Jurupa Valley man accused of participating in riot inside U.S. Capitol

A Jurupa Valley man was arrested Thursday, Feb. 25, and charged with being one of the rioters who stormed the U.S. Capitol on Jan. 6 in support of President Donald Trump as Congress attempted to certify the Electoral College balloting that put Joe Biden in the White House, the FBI said.

Andrew Alan Hernandez, 44, was taken into custody as he left for work, FBI spokeswoman Laura Eimiller said.

Hernandez was charged with obstruction of justice/Congress, two counts of knowingly entering or remaining in any restricted building or grounds without lawful authority and two counts of violent entry and disorderly conduct on Capitol grounds, according to the complaint filed Feb. 23 in U.S. District Court for the District of Columbia.

An FBI special agent who wrote an affidavit to obtain an arrest warrant said Hernandez was unlawfully inside the Capitol.

On Jan. 19, the FBI interviewed a manager at Hernandez’s employer who said the company received a complaint that an employee, later identified as Hernandez, was seen inside the Capitol while wearing a shirt and hat that had the name of the company on them.

The person who complained told the FBI that he recognized Hernandez from a photograph published in the New York Times Magazine. The manager also recognized Hernandez from the photo. The company fired Hernandez for “misrepresenting the company in illegal activities,” according to the affidavit.

The name of the company was not disclosed.

Thursday afternoon, Hernandez appeared in U.S. District Court in Riverside, where he was expected to be released on a $50,000 bond and be ordered to appear in district court in Washington by March 4, Eimiller said.

The FBI said it found several social media accounts that are either believed to belong to Hernandez.

Posts on those accounts indicate that Hernandez believes in ideologies including Q-Anon, conspiracy theories including election fraud and some related to the coronavirus pandemic, finance and science, the affidavit said.

One post has a photograph of a burning Q over a United States seal. “Q” is a letter/symbol that has been associated with Q-Anon, which purports that America is run by a cabal of pedophiles and Satan-worshippers who run a global child sex-trafficking operation and that Trump is the only person who can stop them.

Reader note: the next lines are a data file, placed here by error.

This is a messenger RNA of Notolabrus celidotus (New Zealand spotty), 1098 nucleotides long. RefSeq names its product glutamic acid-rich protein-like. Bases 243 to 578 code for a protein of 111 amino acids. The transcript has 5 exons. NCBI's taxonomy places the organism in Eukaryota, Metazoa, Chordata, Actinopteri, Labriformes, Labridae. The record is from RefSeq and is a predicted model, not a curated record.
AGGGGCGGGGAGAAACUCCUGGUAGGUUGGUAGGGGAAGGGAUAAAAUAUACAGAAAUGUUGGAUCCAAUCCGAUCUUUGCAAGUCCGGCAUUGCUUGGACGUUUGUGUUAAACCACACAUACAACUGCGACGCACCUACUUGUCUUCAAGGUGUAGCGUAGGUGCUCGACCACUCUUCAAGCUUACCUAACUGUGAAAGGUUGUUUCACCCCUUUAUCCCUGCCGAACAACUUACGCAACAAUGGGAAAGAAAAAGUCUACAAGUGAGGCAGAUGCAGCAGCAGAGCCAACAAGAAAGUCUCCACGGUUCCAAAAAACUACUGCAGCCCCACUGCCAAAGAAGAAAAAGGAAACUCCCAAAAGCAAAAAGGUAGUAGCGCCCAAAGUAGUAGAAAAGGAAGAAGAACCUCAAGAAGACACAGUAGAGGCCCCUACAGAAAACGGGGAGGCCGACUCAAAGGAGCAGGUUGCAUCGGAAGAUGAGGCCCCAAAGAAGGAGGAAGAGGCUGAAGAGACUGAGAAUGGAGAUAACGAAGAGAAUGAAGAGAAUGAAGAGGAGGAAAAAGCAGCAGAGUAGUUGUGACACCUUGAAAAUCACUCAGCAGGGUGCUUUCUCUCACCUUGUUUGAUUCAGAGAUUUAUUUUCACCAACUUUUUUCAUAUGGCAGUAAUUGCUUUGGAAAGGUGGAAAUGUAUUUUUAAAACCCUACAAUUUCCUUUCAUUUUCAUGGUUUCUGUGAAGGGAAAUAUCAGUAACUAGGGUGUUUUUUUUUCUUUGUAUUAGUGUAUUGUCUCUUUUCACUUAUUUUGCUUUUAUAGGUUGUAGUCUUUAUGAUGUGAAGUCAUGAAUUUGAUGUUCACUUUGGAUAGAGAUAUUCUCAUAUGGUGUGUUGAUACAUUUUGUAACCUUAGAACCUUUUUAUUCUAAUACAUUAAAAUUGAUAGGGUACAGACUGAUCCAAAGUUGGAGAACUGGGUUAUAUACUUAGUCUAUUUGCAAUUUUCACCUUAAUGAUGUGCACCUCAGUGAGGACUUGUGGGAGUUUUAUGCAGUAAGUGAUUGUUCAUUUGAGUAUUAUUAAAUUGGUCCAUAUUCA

Most of the messages on Hernandez’s Twitter feed, @drewalan3, are retweets of others’ writings. One message he retweeted says that Democrats for four years had attempted “a coup to overthrow” Trump.

“Their army exists of lawyers & lawsuits, baseless allegations & investigations, smears 24/7 by the media, the deep state, and paid terrorists Antifa/BLM,” the tweet says.

In one of his own tweets, Hernandez responds to another poster by saying “We The People Are With you! WWG1WGA! DO it Q! For God and Country!”

WWG1WGA is an acronym for Q-Anon’s rallying cry, “Where we go one, we go all.”

This post is one of several on the Twitter account that the FBI attributed to Andrew Alan Hernandez of Jurupa Valley that disputes the results of the 2020 presidential election. (Twitter)

Hernandez also urged people in a Nov. 6 Twitter post to “fight now” and “protest the vote/election fraud.”

“They are trying to steal the vote and will perfect and protect their fraudulent voting system when in power… You will have a tyrannical dictatorship. Fight Fight Fight,” he wrote.

None of Hernandez’s relatives could immediately be reached for comment Thursday. Hernandez is listed in public records as president of Patriot Concrete, although records show that could be closed. Public records also show Hernandez has a baton license granted by the Bureau of Security and Investigative Services.

More than 250 people have been charged in the riot. According to the NPR database, 15 Californians have been charged, including Christian Secor of Costa Mesa, Mark Steven Simon of Huntington Beach and Kevin Michael Strong of Beaumont.

Some of the charges against the 250 rioters include assaulting, resisting or impeding officers and aiding and abetting; civil disorder and aiding and abetting; obstructing an official proceeding; entering and remaining in restricted buildings or grounds; violent entry and disorderly conduct.

Leave comment

Your email address will not be published. Required fields are marked with *.